December 5, 2011

Ring Out Ye Crystal Spheres - The Ringtone

I've been rocking this ringtone for about a year now and decided to finally give it out to the people. So, here it is, a ringtone with part of Ralph Vaughan Williams' "Ring Out, Ye Crystal Spheres". Hopefully it will touch your senses so. Let the bass of heaven's deep organ blow suckas!!

"My cat shall be named "Oozy Channel"

Oh, and for those who don't know what all the fuss is about, be prepared to have your ear-holes obliterated and hastily raptured to the musical great-beyond.

November 26, 2011

Composers A-Z: Emma Lou Diemer

It's been a long time since I wrote one of these Composers A-Z things. And that's largely because I reached the letter E, which doesn't offer a lot for pianists. Probably the most notable composer whose last names begins with E is Edward Elgar, whose output for piano is pretty small and not well known. Instead I decided to break my own rule and feature a composer whose first name starts with E: Emma Lou Diemer. Better known among organists than pianists, Diemer's style is catchy, accessible and constantly changing in a way that can appeal to modern audiences.

I'm not going to write a ton about Diemer, because I frankly don't know her output all that well. I know her teaching pieces best, which are nearly always highly effective and well received by students. What I love about Diemer's didactic pieces is that they have the length and depth of a piece for an advanced student, yet have difficultly levels that can suit the intermediate student. Here's one such piece, "Another Moonlight Serenade" performed by the pedagogy professor from University of Iowa, Dr. Alan Huckleberry. I also have a student preparing this piece for a spring recital.

The piece allows for great freedom in dynamics, malleability in tempo, and exploration of the piano as a tool for color creation. Many of her pieces allow for this kind of exploration that is not always found in educational literature. Also, there's a ton of pieces.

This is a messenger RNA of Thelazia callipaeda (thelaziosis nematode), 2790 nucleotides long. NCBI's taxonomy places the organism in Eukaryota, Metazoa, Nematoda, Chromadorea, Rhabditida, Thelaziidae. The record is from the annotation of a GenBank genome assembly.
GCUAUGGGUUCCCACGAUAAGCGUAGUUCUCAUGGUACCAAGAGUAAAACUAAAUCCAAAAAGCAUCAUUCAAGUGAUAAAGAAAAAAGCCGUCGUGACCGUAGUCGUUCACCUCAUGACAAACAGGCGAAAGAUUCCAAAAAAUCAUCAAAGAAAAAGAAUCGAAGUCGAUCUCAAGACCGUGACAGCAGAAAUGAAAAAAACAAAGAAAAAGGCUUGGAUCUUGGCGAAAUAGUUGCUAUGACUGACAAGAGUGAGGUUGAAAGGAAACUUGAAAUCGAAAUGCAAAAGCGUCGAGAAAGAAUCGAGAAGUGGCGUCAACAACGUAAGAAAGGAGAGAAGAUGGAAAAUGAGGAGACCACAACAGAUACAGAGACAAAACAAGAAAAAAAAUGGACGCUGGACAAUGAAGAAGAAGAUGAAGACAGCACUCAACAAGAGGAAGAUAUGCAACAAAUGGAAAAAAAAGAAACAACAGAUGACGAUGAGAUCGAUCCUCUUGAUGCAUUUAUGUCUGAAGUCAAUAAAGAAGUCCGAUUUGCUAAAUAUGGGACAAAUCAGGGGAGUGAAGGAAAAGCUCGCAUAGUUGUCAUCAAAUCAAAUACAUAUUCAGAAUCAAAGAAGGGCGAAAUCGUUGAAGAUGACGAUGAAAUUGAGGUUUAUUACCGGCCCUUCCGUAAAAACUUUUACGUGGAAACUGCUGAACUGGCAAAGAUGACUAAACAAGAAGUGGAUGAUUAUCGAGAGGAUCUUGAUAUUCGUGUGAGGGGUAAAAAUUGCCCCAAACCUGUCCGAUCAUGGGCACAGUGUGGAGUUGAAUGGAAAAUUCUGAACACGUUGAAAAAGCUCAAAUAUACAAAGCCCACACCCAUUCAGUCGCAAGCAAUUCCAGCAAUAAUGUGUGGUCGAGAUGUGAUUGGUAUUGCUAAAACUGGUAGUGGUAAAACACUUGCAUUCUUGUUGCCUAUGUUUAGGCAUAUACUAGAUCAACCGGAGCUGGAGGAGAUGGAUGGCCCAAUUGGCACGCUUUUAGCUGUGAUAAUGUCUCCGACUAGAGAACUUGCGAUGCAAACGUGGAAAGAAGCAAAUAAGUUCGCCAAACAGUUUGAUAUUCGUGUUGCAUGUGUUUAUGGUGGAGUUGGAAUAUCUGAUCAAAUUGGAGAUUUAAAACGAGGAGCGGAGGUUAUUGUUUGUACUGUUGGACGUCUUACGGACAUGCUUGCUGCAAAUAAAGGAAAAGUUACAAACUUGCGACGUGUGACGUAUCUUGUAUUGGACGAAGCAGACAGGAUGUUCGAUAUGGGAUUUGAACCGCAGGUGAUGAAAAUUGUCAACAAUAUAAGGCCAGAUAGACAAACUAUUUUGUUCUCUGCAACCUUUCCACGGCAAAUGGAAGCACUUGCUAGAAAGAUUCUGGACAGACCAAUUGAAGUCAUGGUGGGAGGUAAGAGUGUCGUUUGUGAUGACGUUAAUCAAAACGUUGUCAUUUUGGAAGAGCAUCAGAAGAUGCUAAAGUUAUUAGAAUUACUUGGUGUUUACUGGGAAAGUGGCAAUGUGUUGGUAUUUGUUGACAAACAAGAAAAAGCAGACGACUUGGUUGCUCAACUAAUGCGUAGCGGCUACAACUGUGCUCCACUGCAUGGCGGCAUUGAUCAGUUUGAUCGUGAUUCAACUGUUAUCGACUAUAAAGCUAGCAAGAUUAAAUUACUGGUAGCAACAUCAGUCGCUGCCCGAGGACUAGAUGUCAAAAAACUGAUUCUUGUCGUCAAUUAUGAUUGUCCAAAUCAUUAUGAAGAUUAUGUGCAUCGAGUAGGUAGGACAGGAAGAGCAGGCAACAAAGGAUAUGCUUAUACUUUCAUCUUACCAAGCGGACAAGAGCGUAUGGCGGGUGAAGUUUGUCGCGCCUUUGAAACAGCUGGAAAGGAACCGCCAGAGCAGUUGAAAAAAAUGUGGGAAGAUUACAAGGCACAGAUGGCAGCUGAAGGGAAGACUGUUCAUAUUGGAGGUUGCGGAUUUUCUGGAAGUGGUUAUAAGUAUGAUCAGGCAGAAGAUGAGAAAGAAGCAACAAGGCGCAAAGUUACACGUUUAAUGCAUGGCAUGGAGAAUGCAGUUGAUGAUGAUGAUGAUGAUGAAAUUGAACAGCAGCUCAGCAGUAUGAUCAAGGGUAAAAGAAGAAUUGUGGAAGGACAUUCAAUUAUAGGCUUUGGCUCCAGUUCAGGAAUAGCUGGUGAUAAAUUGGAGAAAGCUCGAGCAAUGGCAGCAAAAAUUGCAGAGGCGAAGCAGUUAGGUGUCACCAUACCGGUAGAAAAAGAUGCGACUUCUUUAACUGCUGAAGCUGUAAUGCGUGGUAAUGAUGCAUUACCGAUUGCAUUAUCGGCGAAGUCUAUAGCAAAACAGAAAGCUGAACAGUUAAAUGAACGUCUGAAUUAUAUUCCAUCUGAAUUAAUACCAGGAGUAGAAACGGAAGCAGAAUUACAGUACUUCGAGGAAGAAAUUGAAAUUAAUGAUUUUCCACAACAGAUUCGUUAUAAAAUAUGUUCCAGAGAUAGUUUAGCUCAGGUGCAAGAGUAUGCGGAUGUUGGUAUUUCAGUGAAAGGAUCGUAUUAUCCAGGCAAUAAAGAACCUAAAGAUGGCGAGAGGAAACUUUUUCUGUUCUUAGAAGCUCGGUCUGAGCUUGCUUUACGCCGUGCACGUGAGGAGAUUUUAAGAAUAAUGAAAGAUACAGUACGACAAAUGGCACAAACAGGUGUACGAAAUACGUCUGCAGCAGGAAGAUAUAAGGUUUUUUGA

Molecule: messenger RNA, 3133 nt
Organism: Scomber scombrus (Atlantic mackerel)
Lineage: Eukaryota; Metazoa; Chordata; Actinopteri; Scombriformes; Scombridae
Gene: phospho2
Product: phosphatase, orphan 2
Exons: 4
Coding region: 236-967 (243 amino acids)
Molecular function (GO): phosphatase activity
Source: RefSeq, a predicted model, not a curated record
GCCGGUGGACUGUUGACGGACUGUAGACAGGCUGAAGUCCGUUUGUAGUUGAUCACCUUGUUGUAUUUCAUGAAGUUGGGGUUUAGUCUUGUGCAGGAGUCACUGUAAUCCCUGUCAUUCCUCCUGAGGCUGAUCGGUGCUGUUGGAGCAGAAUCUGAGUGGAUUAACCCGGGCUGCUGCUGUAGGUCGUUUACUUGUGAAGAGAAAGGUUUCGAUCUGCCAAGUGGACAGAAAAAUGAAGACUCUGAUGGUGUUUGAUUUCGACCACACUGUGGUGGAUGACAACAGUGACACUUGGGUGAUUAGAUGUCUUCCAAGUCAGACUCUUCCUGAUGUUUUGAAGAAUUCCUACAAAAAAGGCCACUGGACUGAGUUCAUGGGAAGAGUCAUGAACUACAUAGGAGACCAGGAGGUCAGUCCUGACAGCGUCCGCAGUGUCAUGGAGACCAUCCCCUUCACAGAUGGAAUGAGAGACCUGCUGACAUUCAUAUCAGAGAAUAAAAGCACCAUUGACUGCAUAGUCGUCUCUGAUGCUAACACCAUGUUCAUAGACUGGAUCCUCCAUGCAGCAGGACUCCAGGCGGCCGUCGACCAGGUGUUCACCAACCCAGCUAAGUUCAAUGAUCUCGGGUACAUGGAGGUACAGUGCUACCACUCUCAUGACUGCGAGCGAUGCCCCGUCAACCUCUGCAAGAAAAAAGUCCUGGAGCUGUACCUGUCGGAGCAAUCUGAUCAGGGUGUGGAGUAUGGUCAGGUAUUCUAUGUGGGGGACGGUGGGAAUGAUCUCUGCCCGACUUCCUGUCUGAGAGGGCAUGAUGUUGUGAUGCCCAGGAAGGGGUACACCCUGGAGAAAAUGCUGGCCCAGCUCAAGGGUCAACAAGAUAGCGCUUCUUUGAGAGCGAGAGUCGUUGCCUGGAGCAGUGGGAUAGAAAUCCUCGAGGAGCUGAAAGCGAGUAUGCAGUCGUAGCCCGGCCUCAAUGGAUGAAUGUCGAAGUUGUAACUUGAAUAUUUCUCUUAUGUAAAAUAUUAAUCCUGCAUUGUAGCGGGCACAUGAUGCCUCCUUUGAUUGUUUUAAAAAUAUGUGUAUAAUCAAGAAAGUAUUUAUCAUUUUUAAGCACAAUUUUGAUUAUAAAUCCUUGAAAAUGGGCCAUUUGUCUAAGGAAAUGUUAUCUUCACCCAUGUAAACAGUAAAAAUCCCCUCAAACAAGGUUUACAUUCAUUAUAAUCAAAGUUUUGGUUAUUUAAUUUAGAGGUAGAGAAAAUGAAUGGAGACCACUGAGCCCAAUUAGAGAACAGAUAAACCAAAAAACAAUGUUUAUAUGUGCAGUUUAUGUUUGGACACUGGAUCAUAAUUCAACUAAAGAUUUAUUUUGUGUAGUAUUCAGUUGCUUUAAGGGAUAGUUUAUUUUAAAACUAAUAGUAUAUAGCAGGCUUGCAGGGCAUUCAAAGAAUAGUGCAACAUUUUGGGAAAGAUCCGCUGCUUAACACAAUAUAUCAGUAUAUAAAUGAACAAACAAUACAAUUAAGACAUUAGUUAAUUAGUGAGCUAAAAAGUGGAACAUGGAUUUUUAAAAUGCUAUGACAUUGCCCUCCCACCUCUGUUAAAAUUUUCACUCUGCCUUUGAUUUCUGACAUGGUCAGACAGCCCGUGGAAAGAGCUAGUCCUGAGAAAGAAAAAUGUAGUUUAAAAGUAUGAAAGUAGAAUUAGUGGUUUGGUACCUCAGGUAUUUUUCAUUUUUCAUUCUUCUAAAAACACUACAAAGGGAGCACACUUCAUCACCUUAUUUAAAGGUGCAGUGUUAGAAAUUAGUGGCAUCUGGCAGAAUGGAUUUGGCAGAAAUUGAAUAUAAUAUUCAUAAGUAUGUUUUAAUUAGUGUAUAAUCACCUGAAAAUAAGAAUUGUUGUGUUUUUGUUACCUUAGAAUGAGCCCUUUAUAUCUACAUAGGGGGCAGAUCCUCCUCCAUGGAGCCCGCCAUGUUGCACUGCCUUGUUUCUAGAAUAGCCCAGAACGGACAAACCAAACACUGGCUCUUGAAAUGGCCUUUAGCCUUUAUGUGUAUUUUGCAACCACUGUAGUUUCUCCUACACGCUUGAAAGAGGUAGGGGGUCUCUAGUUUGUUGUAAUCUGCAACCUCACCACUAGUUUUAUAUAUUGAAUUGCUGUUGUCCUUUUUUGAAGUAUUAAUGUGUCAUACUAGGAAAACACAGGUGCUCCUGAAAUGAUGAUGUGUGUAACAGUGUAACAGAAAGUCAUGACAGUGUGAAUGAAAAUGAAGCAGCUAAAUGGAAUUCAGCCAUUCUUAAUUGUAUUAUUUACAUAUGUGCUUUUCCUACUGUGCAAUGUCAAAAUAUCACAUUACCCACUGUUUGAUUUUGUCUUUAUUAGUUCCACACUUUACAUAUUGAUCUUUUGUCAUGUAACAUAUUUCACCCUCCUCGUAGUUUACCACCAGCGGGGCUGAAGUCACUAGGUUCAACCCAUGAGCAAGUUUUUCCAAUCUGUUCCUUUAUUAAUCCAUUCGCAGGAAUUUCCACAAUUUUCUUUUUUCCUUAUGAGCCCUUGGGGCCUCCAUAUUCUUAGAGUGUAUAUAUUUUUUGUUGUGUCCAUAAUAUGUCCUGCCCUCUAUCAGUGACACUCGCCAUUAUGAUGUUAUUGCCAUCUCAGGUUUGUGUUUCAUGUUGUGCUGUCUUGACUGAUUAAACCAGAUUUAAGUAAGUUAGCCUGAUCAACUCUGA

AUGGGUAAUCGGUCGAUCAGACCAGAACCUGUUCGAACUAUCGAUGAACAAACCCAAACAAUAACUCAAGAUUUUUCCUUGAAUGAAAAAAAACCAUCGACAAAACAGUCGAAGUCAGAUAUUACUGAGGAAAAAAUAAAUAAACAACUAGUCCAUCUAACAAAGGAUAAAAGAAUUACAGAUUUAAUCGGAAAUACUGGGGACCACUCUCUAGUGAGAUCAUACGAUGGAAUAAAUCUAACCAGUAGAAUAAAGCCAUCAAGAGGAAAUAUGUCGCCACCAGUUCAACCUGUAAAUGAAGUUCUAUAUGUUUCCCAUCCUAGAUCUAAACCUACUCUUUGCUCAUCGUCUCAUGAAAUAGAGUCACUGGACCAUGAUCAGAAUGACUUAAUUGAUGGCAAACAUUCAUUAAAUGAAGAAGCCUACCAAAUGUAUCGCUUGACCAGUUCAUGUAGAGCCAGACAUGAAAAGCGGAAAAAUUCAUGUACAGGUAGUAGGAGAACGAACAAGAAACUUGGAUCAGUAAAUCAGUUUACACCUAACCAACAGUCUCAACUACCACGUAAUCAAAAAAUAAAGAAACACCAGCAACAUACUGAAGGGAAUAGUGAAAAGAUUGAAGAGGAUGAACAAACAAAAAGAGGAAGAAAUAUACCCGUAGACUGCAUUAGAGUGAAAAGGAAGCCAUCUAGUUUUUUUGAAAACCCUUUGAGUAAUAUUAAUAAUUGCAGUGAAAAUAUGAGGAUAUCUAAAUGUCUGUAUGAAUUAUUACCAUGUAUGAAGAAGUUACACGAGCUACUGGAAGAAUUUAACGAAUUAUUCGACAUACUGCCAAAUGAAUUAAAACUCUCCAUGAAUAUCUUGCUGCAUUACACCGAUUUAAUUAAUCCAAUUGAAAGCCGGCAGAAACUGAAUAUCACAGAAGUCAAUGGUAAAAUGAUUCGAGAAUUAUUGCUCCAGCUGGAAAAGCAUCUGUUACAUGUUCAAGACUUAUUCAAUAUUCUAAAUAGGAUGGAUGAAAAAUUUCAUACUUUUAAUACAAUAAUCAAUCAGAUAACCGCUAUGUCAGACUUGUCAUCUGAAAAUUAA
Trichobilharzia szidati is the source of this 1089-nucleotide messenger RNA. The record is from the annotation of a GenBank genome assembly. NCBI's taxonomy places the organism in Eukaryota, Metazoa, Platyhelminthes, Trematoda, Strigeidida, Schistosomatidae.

Her advanced pieces are also extremely appealing. She's written several sonatas, my favorite of which is the third. This large work (it's about 40 minutes long) is a traditional four movement sonata with a Tango in the place of the third movement scherzo. Her themes never go on very long (think of her as the antithesis of Schubert sonatas) which I think reflect the modern audience very well. We tend to like pieces that are constantly changing, however subtly, and Diemer's writing caters to this well. Themes are constantly introduced, altered, or abandoned for new ones, all over a shifting tableau of keys and time signatures.

Diemer's most popular concert piece is probably the Toccata. Likely this is because the piece is very accessible to audiences and performers alike, while still using conemporary extended techniques. Many pianists avoid contemporary music, but by the time they get to graduate school feel the need to learn one token 20th century piece, and this has become one of them (other pieces include Lowell Lieberman's Gargoyles, Adams' China Gates, and Prokofiev Sonata #2...even if that's not really contemporary). That is not to deride the piece though. It's very engaging, and the extended techniques are an excellent fit. I actually have plans of my own to tackle the work. Here's an excellent student performance of the Toccata.

That's all I'll say about Diemer. She's a fairly new composer to me (introduced through her educational pieces) but everything I listen to or play makes me fall more in love. She's still living too, teaching at UC Santa Barbara. Check her out.

Honorable Mentions:
The letter E doesn't have much going for it...but here are some

  • Edward Elgar: Brits didn't love writing for solo piano so there's not much going here.
  • Maurice Emmanuel: Frenchman who wrote some lighter pieces over the turn of the 20th century.
  • Georges Enesco: Romanian composer known more for his violin pieces.
Next up is F, I'm thinking more educational composers, Ross Lee Finney, is it your turn next?

November 12, 2011

When I'm Tired

Sometimes, when I'm tired, I just hear dozens of high-school kids saying "Mr. Kraack" in different ways.

October 19, 2011

Musical Vocabulary and Grammar: Location in Music